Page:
Wednesday, March 06, 2013

Reports from the Front

Our part of town has been quiet for the past 24 hours.

When word came out yesterday that Chavez had died, the city stopped.  Stores and restaurants closed down.  Everyone left.  Quickly.  Very quickly.

Many people, like us and most of our neighbors, headed straight home.  Others headed to the military hospital where he died, or to the main square in town, or to a church for prayer.  In certain parts of the city, there have been people flooding the streets in tears.  Some violence, but apparently not much.

This morning, we awoke to uncertainty.  The schools and public offices were closed.  Businesses and the U.S. Embassy were open, although not handing out visas.  The grocery stores were packed with crazed shoppers.  Lines were long, and shelves emptied quickly.  But as the day wore on, we saw very little change.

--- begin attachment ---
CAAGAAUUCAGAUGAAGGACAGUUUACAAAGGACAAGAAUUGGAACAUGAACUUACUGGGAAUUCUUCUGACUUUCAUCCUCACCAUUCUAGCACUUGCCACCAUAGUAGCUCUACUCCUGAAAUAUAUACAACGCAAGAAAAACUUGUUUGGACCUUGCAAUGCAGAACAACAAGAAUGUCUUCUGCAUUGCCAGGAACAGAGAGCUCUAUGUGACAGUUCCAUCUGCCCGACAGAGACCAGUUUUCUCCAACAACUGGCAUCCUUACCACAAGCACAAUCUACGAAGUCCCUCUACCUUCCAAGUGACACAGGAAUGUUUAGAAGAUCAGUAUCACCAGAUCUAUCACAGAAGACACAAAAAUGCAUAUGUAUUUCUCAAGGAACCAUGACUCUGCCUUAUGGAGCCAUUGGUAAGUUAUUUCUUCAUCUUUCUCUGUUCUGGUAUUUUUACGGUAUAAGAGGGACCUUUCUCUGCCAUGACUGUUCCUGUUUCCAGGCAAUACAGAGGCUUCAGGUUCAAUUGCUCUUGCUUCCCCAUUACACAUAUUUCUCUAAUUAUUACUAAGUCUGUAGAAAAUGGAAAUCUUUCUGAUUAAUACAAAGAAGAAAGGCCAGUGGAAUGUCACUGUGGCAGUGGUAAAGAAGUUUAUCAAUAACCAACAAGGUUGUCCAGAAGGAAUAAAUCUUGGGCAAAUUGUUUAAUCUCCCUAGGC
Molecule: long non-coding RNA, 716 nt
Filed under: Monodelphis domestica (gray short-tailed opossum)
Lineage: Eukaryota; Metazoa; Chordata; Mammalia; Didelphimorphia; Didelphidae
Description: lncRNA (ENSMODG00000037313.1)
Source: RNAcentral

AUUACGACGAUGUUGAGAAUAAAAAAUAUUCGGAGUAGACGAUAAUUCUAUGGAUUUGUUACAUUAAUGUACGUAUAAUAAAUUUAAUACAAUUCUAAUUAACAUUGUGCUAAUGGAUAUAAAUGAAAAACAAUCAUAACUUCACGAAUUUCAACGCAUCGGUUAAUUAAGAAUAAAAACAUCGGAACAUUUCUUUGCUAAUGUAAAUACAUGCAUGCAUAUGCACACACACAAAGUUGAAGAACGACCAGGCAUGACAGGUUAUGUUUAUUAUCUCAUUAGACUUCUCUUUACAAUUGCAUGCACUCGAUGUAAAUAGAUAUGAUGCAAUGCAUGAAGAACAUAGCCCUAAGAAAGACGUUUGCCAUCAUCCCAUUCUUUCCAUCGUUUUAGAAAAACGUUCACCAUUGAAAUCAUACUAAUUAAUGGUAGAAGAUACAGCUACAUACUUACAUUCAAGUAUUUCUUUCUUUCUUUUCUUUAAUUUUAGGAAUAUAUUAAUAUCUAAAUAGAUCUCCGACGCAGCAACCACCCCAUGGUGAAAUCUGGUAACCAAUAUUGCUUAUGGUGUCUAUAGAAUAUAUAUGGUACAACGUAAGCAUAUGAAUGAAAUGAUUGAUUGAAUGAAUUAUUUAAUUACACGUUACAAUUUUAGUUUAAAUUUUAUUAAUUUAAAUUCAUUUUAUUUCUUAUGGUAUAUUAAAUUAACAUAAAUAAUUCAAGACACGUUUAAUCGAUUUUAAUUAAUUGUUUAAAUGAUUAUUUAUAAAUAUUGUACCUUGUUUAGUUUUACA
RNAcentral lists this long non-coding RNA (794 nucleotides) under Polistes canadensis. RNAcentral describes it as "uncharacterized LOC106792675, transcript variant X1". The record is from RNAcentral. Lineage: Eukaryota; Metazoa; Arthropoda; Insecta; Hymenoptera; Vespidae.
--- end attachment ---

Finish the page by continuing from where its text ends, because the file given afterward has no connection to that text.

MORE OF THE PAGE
Maduro has claimed the presidency, even though the president that he was vice- to was never sworn in to the current term.  They say that they will hold elections in 30 days, as called for under the constitution.  They have expelled a total of two U.S. diplomats, naming them as spies.  Both work in the Air Force attache office, in positions which are overtly gathering information on the military.

A few things make me nervous.  I am nervous about the anti-American sentiment the government was attempting to stir up on Tuesday, just before breaking the news of Chavez' death.  I am also nervous about the city slowly descending into chaos.  Although the line of succession is clear, behind the scenes power grabs are clearly happening - and no one in the country has as much charisma, as much political savvy, as many connections or the strong love of their people that Chavez had.  Maduro may be most in line with the systems and politics Chavez put in place, but that does not mean that he will be able to lead this country.  The country may be led in different directions, and it may go without clear leadership.  It certainly could go without good leadership.

We stay close to home these days, but we don't lock ourselves inside.  Dave's at the store right now.  He walked to work today.  We'll be at the park tomorrow.  Life goes on.

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